The Value of Channel 4:
The beginning of a response to the Government’s proposal on a potential change of ownership
In July 2021 the government published its plans to privatise Channel 4 and launched a public consultation on the same. This isn’t the first time the subject has been mooted. There have been numerous attempts to impose an “alternative ownership model” for Channel 4 since the 1990s. The most recent being as lately as 2017 when, interestingly, the DCMS concluded that the broadcaster is a “precious public asset” and should “continue to be owned by the country”.
At the Sandford St Martin Trust we are preparing our response to the government’s public consultation and invite you to join the debate with our panel of experts on September 6th, 12-1 pm for WHAT 4? featuring the former Head of Religion and Multicultural Programming at Channel 4 Aaqil Ahmed; historian, journalist and author Maggie Brown; and, journalist and leading media diversity champion Marcus Ryder MBE.when in which a panel of key stakeholders will share their perspectives on how a change of ownership at Channel 4 might impact religious and ethical content. For tickets click here.
In the meantime, this blog is an indication of what we’re thinking so far.
By Anna McNamee, Executive Director, The Sandford St Martin Trust
20 August 2021
The Sandford St Martin Trust strongly disagrees with the Government’s proposal to privatise Channel 4. We support keeping the broadcaster public and believe a change of ownership would not be in the public interest.
We believe privatisation would not only negatively impact Channel 4’s public service content – and in particular, the quantity and quality of religious and ethical content on offer – but would also damage the UK’s creative sector, jeopardising the future of innovative independent production specialising in this important genre, and imposing harm to the UK’s creative economy.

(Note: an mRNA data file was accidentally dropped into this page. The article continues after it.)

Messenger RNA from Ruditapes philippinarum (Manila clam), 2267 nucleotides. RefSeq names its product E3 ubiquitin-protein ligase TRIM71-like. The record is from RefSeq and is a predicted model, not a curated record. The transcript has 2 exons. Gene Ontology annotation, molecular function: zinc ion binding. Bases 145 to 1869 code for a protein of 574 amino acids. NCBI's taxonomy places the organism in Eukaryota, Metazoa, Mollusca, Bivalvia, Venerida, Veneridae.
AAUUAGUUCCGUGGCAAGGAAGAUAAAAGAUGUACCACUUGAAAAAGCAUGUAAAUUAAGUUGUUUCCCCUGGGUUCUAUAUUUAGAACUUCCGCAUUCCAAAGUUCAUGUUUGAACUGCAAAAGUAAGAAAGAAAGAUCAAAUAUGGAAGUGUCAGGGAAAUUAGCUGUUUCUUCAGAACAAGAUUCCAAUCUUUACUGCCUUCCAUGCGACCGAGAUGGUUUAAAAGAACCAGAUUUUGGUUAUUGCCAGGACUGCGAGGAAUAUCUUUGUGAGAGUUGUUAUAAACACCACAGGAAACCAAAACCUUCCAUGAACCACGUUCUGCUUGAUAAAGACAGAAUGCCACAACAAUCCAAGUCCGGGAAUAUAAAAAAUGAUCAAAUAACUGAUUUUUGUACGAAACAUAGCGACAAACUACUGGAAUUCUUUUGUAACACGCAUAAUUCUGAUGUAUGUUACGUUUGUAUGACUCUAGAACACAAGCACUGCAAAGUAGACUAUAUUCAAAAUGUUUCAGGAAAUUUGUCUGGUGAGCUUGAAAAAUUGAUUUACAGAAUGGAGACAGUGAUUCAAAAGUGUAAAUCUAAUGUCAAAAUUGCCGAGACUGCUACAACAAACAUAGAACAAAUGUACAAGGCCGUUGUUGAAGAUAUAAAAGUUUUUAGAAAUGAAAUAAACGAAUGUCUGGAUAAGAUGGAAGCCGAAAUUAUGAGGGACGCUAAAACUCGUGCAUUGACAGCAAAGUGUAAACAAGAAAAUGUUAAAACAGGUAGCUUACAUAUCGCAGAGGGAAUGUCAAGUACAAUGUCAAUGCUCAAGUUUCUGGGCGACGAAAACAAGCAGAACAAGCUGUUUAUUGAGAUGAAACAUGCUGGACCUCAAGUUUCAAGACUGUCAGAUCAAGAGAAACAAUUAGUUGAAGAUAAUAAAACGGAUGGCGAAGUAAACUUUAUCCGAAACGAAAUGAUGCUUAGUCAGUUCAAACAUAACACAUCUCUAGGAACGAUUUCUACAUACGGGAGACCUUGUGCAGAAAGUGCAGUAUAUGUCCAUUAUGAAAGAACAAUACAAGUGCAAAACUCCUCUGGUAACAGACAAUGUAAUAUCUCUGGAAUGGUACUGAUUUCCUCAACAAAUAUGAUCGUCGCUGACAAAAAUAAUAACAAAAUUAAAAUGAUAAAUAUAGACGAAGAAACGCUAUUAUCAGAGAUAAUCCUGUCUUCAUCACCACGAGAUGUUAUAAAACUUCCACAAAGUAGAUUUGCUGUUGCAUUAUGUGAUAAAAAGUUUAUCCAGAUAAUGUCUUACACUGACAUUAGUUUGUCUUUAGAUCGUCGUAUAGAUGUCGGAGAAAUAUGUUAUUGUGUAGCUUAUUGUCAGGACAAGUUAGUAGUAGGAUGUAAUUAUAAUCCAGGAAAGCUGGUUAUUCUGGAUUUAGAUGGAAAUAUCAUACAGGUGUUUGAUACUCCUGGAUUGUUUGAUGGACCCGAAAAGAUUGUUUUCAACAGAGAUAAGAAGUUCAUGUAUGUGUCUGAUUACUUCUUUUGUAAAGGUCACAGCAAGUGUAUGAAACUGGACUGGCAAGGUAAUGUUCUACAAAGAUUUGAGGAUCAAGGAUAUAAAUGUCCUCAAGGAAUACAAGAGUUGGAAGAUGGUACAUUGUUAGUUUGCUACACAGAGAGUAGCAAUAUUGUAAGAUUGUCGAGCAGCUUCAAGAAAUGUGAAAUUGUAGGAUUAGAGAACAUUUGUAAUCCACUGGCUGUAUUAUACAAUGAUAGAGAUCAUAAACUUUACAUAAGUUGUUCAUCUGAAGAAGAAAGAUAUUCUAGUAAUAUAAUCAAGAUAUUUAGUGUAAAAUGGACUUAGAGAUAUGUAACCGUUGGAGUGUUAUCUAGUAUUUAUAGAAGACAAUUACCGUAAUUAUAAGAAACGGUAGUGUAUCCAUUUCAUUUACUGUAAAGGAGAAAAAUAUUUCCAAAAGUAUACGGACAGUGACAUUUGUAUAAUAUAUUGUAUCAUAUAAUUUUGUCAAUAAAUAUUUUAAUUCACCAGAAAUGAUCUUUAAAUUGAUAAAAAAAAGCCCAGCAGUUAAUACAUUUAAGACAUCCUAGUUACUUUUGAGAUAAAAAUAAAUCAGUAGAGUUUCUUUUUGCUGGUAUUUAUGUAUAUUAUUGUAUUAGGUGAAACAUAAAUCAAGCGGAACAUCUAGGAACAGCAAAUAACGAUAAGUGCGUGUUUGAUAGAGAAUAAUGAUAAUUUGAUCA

As part of its current remit, Channel 4 has a responsibility to provide high-quality programming reflecting the UK’s diverse communities – whether this be focused on ethnicity, sexuality, regional difference or religion/belief. It is a publicly owned commercial broadcaster but it takes no public money and any profits made are ploughed back into content-creation. Content is commissioned from a broad range of British production companies, large and small, and representing the UK’s many diverse communities. The corporation is currently two years ahead of its target to spend half of its content budget outside of London.
The breadth of excellent, distinctive religious and ethical British-made content commissioned by Channel 4 is exemplified by recent Sandford St Martin Award winners such as the drama It’s a Sin (SSM/Radio Times Readers’ Award winner, 2021), Ramadan in Lockdown (SSM Trustees Award, 2021) and For Sama (SSM TV/Video Award winner, 2020) not to mention surprising hits such as Gogglebox which launched Rev Kate Bottley’s broadcasting career, comedies featuring lesser-known communities such as this year’s We are Lady Parts about a female Muslim punk band, and, of course factual strands such as Dispatches or Unreported World which have an internationally renowned reputation for journalism unafraid of exploring the impact of religion on politics, economics and culture.
Apart from their contribution to enhancing the public understanding of the complex role religions play in human experience, what all these productions have in common is that they grew out of and continue to contribute to the vibrancy of the UK’s broadcast ecology and economy. All were/are made by innovative independent British production companies and were commissioned by a channel dedicated to its remit to reach, represent, and foster creative talent among diverse communities. And we want more of it, not less! But this is exactly the kind of content the Sandford St Martin Trust believes would be jeopardised by the Government’s proposal to privatise Channel 4.